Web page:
FINDINGS AND RECOMMENDATIONS
Defendants in this action are the California Department of Corrections and Rehabilitation (CDCR) and certain employees. Plaintiff is a CDCR prisoner. Defendants removed this action to this court on December 16, 2009.
The court is required to screen complaints brought by prisoners seeking relief against a governmental entity or officer or employee of a governmental entity. 28 U.S.C. § 1915A(a). The court must dismiss a complaint or portion thereof if the prisoner has raised claims that are legally "frivolous or malicious," that fail to state a claim upon which relief may be granted, or that seek monetary relief from a defendant who is immune from such relief. 28 U.S.C. § 1915A(b)(1),(2).
In order to avoid dismissal for failure to state a claim a complaint must contain more than "naked assertions," "labels and conclusions" or "a formulaic recitation of the elements of a cause of action." Bell Atlantic Corp. v. Twombly, 550 U.S. 544, 555-57 (2007). In other words, "[t]hreadbare recitals of the elements of a cause of action, supported by mere conclusory statements do not suffice." Ashcroft v. Iqbal, 129 S.Ct. 1937, 1949 (2009). Furthermore, a claim upon which the court can grant relief has facial plausibility. Twombly, 550 U.S. at 570. "A claim has facial plausibility when the plaintiff pleads factual content that allows the court to draw the reasonable inference that the defendant is liable for the misconduct alleged." Iqbal, 129 S.Ct. at 1949. When considering whether a complaint states a claim upon which relief can be granted, the court must accept the allegations as true, Erickson v. Pardus, 127 S.Ct. 2197, 2200 (2007), and construe the complaint in the light most favorable to the plaintiff, see Scheuer v. Rhodes, 416 U.S. 232, 236 (1974).
In his complaint, plaintiff complains about the fact that some of his personal property was taken by certain defendants. While the taking of property without due process is prohibited by the Fourteenth Amendment, the United States Supreme Court has held that "an unauthorized intentional deprivation of property by a state employee does not constitute a violation of the procedural requirements of the Due Process Clause of the Fourteenth Amendment if a meaningful post-deprivation remedy for the loss is available." Hudson v. Palmer, 468 U.S. 517, 533 (1984). Because plaintiff can present his claim for unauthorized deprivation of property in state court pursuant to California Government Code § 810 et seq., he has no federal violation of due process claim.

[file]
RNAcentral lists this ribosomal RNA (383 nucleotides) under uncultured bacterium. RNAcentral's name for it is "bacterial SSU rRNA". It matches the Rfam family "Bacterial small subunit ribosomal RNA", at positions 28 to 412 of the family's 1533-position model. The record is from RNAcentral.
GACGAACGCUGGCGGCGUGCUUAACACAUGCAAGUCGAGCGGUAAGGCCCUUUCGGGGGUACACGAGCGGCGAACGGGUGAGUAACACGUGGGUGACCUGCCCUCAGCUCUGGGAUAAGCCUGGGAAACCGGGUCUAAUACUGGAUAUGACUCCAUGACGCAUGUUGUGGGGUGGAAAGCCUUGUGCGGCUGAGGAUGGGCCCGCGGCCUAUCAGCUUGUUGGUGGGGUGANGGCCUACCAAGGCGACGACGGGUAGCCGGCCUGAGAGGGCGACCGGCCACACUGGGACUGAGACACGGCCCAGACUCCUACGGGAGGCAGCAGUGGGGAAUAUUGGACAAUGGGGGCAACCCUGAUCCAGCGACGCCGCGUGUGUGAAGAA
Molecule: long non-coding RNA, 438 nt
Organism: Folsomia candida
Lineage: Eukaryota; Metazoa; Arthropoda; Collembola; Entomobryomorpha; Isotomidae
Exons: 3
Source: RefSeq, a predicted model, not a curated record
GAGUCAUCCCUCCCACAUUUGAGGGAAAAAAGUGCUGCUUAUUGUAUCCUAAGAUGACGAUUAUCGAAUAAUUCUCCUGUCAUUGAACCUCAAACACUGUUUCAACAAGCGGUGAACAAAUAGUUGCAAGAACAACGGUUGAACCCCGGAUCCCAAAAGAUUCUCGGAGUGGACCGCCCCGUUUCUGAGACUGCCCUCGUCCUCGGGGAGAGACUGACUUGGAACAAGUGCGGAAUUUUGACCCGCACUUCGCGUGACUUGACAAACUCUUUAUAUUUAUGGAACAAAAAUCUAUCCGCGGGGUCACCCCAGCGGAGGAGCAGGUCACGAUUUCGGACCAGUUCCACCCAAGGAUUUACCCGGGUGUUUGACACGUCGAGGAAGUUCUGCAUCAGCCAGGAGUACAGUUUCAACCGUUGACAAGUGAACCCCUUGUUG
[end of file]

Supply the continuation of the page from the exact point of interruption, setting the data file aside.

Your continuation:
Plaintiff also asserts in his complaint that he was subjected to a strip search in the presence of women. This claim also does not amount to a violation of plaintiff's Constitutional rights. See Michenfelder v. Sumner, 860 F.2d 328, 334 (9th Cir. 1988) (isolated strip search in the presence of female officers does not amount to violation of inmate's limited right to privacy while in prison).
For these reasons, plaintiff's complaint fails to state any valid claims arising under federal law. Plaintiff himself suggests in his objections to removal, filed December 30, 2009, that he did not intend to raise a federal claim.
In light of the above, the court will recommend that this action be remanded to the Superior Court of Sacramento County for proceedings on any claims arising under California law because this court has no subject matter jurisdiction. See 28 U.S.C. § 1330 et seq.; 28 U.S.C. § 1447(c).
Accordingly, IT IS HEREBY RECOMMENDED that this action be remanded to the Superior Court of Sacramento County for proceedings on plaintiff's claims arising under state law.
These findings and recommendations are submitted to the United States District Judge assigned to the case, pursuant to the provisions of 28 U.S.C. § 636(b)(l). Within twenty-one days after being served with these findings and recommendations, any party may file written objections with the court and serve a copy on all parties. Such a document should be captioned "Objections to Magistrate Judge's Findings and Recommendations." Any reply to the objections shall be served and filed within fourteen days after service of the objections. The parties are advised that failure to file objections within the specified time may waive the right to appeal the District Court's order. Martinez v. Ylst, 951 F.2d 1153 (9th Cir. 1991).
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